The good news is I'm not as. Is new to this anymore since I have one company, so I've been able to avoid a few this time as a non-scientist working in science. I think the thing that's one of the more frustrating things for me is realizing just how much groupthink and how much wedded to their professional opinion. Even if you bring something new that a lot of scientists are actually not willing to back off of and gene editing, well, it's a large field. It is a niche field. There's a lot of new people coming in, but there's still a lot of experts, and the experts are controlling the language. But they've built their language on things that they did five, ten years ago. Okay, there's new things and there's new ways, and there's all sorts of new ideas coming into the field. And in some ways, we're challenging their careers and the things they've built their business on because we're telling them that some of the things they did five years ago are not necessarily accurate. And as a result, it does create some challenges for us to get to some of those folks. I tend to have more results with people who are reasonably sophisticated, but still new to the field and open to new ways, new ideas of different things. But some of the leaders in the field in some ways feel challenged by what we have to offer. I think the craziest thing for me is looking at the leaders in the space who are essentially startups. I mean, Crispr Therapeutics and Intellia and Editus are all multi-billion dollar companies that are public, but they're wedded to this, so they still act in some ways, like startups. They don't want to know what we have. The FDA hasn't caught up to putting out regulatory guidance and safety guidance, so we slow their trials down. If they have to take a moment and take a look at their controls. And that's not going to help them in a lot of ways, but you improve the accuracy.

John Shufeldt:
So are you really slowing them down? If they're running at a 45% before and now they have a 95% or an 85%, arguably you'll add value. And one of the things we talked about is you capturing a piece of the value you add.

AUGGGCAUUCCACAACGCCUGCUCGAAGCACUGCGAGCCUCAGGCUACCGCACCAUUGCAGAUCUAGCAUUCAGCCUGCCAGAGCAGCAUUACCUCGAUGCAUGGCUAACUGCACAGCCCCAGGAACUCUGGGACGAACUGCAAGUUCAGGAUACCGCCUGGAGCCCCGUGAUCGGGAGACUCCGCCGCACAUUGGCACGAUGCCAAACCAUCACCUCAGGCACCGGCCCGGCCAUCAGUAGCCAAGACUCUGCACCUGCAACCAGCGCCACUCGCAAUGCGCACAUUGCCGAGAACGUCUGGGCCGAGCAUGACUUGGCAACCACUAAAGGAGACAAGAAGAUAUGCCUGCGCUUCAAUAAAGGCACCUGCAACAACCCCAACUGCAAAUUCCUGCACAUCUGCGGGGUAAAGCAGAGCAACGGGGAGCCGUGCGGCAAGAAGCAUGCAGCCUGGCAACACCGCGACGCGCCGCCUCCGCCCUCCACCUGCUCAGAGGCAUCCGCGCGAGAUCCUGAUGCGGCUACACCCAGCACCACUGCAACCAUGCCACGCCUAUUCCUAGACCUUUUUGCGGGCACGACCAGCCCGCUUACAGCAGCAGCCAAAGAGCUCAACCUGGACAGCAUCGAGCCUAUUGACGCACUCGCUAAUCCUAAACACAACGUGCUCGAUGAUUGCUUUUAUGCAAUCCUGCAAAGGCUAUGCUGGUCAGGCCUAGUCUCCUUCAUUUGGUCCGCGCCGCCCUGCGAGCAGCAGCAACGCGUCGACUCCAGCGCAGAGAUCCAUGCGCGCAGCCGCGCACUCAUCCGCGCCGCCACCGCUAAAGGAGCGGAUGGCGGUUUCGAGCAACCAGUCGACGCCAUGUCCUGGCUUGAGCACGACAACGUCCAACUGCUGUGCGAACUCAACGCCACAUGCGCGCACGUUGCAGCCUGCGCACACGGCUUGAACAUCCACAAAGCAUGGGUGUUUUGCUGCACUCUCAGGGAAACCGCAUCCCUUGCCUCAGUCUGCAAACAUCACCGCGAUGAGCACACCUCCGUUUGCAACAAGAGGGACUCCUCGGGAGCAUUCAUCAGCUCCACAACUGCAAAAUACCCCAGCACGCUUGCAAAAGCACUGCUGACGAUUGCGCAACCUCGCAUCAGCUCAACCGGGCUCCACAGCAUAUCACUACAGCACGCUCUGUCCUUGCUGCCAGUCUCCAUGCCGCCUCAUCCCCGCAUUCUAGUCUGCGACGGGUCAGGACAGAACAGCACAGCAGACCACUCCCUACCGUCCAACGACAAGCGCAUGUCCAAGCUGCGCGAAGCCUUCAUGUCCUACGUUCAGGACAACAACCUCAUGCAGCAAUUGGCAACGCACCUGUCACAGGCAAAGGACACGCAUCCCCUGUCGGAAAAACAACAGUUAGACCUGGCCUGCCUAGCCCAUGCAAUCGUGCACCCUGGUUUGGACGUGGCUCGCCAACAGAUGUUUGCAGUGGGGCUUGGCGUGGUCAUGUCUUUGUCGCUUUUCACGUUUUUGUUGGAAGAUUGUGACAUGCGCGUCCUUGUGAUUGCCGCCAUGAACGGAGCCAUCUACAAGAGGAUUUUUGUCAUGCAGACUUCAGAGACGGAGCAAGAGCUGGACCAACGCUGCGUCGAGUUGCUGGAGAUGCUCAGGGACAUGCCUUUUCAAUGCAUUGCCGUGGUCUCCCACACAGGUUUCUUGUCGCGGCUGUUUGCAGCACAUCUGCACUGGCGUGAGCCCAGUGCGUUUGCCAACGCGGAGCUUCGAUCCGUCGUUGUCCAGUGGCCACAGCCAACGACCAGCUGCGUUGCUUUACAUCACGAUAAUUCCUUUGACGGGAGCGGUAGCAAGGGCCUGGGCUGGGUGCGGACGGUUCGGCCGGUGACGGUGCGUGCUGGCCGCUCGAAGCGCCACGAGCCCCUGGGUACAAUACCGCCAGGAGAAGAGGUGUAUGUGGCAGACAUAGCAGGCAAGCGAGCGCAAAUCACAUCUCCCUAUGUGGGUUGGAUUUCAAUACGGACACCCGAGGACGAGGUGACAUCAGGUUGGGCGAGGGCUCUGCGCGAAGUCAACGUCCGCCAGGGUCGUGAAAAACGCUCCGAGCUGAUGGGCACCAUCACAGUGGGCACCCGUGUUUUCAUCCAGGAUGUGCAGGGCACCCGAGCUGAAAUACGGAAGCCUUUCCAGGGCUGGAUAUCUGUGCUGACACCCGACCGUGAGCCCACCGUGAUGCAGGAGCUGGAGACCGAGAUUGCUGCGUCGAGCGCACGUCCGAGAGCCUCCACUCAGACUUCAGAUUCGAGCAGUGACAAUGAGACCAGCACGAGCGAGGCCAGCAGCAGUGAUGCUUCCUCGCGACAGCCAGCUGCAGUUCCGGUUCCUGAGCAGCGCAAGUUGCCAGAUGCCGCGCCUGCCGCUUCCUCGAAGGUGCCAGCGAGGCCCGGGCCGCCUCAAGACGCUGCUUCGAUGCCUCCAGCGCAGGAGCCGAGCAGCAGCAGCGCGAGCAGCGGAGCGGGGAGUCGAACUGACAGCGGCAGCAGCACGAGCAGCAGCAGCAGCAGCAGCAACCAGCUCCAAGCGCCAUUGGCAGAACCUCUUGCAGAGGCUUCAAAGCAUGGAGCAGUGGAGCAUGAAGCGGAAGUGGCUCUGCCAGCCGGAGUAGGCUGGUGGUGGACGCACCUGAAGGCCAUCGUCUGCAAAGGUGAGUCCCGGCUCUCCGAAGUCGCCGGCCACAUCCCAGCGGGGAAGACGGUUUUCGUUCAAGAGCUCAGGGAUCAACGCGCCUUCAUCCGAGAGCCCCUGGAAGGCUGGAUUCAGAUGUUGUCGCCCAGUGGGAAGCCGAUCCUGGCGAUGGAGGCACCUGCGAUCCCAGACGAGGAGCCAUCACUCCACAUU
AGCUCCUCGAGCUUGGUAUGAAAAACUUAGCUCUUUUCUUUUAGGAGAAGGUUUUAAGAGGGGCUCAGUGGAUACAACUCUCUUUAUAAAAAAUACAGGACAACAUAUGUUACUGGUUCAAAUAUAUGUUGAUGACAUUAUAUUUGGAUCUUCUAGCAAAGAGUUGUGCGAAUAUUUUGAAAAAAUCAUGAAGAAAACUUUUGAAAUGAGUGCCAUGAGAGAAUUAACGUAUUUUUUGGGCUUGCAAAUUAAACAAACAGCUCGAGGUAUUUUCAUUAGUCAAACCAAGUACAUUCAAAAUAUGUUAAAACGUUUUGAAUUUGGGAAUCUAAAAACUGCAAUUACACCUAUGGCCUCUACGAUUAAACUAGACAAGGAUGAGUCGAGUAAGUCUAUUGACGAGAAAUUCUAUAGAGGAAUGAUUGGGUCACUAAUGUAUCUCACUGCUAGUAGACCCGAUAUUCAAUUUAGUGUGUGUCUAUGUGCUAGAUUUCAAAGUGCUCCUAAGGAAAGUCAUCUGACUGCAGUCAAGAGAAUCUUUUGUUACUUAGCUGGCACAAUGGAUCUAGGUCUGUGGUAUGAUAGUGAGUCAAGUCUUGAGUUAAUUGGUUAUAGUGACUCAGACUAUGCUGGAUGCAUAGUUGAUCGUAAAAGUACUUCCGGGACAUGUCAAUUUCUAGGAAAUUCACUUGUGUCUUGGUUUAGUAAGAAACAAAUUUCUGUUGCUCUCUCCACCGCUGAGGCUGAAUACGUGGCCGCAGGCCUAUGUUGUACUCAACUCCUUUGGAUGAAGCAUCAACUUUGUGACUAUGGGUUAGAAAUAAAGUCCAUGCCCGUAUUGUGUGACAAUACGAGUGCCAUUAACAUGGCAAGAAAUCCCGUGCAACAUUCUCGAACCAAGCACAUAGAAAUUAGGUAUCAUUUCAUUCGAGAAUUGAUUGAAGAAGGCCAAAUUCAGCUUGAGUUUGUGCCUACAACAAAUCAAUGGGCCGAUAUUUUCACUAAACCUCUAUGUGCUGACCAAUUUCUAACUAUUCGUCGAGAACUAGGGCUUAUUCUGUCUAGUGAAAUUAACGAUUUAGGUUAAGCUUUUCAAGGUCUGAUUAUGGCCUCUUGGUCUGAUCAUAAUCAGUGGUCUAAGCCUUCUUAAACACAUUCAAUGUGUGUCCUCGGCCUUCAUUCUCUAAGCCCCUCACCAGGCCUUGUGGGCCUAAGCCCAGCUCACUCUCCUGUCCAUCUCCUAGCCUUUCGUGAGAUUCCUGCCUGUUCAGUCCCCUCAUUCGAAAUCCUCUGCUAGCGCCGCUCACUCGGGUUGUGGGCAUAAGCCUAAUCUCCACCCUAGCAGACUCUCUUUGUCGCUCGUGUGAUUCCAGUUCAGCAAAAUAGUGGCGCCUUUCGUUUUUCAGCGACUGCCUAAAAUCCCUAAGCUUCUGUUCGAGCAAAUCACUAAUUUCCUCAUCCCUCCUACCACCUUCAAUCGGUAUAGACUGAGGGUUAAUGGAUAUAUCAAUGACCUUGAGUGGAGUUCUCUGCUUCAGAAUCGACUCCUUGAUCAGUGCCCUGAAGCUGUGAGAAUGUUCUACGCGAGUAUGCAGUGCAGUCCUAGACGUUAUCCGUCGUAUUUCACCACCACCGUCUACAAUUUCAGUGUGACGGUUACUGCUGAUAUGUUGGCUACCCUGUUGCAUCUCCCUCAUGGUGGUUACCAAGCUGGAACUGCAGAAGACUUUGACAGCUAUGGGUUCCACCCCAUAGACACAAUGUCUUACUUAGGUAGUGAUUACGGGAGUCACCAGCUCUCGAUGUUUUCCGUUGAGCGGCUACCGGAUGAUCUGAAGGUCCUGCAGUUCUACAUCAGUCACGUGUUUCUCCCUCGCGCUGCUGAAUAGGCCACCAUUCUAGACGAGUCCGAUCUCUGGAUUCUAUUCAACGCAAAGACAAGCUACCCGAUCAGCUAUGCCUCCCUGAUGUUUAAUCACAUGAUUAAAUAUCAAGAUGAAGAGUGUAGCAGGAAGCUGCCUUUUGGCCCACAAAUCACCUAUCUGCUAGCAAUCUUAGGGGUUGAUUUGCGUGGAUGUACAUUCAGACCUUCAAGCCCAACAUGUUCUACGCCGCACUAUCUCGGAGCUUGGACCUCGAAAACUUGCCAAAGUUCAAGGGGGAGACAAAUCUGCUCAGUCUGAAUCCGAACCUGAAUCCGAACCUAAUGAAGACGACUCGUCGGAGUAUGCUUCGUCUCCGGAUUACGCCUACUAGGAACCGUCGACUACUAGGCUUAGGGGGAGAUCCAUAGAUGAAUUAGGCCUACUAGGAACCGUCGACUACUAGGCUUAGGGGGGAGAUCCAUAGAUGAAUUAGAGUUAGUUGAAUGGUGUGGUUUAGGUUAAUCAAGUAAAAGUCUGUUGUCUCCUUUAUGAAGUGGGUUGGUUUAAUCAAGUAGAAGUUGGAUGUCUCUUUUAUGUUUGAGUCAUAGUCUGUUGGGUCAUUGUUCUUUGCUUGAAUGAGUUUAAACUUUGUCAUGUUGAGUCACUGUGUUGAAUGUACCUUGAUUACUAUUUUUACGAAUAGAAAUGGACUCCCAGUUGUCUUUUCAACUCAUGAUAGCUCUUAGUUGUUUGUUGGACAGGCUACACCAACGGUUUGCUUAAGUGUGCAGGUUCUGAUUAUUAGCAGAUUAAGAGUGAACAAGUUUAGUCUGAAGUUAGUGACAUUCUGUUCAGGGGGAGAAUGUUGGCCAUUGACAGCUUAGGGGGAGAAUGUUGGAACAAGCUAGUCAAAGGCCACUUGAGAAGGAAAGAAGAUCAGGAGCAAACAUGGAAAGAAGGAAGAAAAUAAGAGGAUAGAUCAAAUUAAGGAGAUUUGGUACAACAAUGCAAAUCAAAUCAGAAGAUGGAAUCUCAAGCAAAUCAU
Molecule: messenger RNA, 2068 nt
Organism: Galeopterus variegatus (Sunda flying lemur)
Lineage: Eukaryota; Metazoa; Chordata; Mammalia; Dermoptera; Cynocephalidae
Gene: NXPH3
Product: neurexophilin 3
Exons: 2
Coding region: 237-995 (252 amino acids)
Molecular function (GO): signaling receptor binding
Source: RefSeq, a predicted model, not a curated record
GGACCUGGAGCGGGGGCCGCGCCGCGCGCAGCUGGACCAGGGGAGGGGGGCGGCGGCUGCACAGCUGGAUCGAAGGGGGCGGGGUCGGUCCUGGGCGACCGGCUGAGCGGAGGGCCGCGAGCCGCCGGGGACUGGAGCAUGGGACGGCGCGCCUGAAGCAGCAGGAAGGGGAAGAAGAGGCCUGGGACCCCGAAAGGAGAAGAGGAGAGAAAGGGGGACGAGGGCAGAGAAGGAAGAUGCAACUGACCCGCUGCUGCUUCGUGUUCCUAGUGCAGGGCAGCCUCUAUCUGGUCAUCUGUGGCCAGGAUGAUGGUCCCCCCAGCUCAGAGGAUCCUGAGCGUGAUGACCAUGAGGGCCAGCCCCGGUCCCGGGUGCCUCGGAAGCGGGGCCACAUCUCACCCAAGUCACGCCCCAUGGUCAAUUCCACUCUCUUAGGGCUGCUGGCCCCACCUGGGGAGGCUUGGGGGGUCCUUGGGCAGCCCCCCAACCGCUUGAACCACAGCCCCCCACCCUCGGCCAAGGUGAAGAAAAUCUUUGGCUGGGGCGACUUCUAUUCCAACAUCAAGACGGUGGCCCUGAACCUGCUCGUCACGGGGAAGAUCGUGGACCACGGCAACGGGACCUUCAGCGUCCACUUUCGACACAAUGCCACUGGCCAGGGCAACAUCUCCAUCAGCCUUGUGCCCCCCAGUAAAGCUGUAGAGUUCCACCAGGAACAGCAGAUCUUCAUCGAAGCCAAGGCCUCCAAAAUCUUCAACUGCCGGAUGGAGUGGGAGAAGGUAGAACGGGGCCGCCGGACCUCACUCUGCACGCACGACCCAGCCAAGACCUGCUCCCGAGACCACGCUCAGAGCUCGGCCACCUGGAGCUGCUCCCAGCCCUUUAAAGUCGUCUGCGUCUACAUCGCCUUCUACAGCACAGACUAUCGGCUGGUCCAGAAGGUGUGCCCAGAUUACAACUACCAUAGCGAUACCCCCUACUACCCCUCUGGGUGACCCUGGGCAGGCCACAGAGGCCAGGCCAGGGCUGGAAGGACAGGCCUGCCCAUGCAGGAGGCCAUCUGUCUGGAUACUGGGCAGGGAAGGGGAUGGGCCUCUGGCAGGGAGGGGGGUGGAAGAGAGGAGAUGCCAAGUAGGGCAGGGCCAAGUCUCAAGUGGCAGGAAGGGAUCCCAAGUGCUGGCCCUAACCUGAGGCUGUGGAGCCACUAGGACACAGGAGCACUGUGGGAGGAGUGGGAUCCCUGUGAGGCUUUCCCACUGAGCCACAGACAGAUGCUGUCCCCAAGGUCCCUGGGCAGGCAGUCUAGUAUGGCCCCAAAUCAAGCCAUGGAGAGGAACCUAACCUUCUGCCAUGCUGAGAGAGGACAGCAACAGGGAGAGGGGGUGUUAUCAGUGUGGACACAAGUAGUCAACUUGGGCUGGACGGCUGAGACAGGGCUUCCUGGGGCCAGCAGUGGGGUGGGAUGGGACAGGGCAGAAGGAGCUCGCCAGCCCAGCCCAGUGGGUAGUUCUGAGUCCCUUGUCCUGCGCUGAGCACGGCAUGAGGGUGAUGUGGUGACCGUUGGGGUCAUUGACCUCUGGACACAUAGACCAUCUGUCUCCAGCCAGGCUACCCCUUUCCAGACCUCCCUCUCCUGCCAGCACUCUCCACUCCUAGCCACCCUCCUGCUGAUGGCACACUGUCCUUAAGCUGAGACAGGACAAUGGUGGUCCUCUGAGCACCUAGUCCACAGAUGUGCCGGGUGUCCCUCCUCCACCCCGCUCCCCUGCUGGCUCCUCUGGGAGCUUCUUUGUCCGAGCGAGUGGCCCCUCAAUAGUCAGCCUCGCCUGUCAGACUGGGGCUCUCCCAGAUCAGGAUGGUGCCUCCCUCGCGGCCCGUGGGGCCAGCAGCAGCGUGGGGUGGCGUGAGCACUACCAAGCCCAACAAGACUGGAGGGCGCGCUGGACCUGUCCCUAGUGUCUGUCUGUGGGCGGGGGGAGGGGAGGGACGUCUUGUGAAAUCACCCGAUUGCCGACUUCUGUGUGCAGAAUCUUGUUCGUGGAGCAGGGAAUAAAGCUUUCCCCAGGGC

Ross Bundy:
Yeah, I think when we can prove it to a greater degree and the FDA starts putting their foot down on things, the FDA is taking a measured approach to this. But when the FDA starts putting their foot down, then they're going to have to come around and come work with us. But until then, because the FDA is still at a draft guidance level, still trying to get their arms around the field, then what matters most to them is actually speed to clinical trials, not necessarily accuracy, because that's what keeps their stock price up and that's what carries the money. It's unfortunate for me to say that, but that correlates to the behavior I've seen from them as well. What's going to happen. And the big companies are in some ways that way too. So that means a lot of the smaller companies who need to catch up are more receptive to the things that we have to offer, because they realize they're going to cut through a lot of the big rocks that those other companies stumbled into. They can just bypass them just by working with us. So we're going to have a lot more success with a lot more of the new entrants. And the legacy entrants are going to be a little more challenged.

John Shufeldt:
I was laughing when you said you were surprised at how entrenched some of the scientists were about something new, and I laughed because physicians generally, and probably scientists, many of us aren't early adopters by nature. There's a lot of experience I've had when I pitched them something thinking, oh my God, this is such a slam dunk. This is so obvious. It's staring you in the face. And I'm like, yeah, no. Yeah. What? Yeah. And so yeah, I think you're right. Maybe they're entrenched for good reason because a lot of things Theranos that you mentioned, I mean, remember when she came to Phoenix and sold at Walgreens and pitched to our legislator, all the physicians? We all rolled our eyes because at the time everybody said, yeah, that's not possible. Yeah. And in the back of my mind, I thought, God, maybe it is. Maybe I'm missing something. But then people would show up in the emergency room with these labs that were incompatible with life, and they'd say, I went to Walgreens and got my Theranos test, and this looks bad. Yeah, that looks bad. Like you wouldn't be alive if that was the result. So then you repeat them and they'd be fine. And then it started to unravel for her. So maybe it's good that some people are a little set in their ways, but it's, I guess, finding that balance. I always say strong convictions, loosely held like convictions, are great, but you have to be reasonable. If someone presents objective data that you can at least look at them and say, yeah, maybe time to change.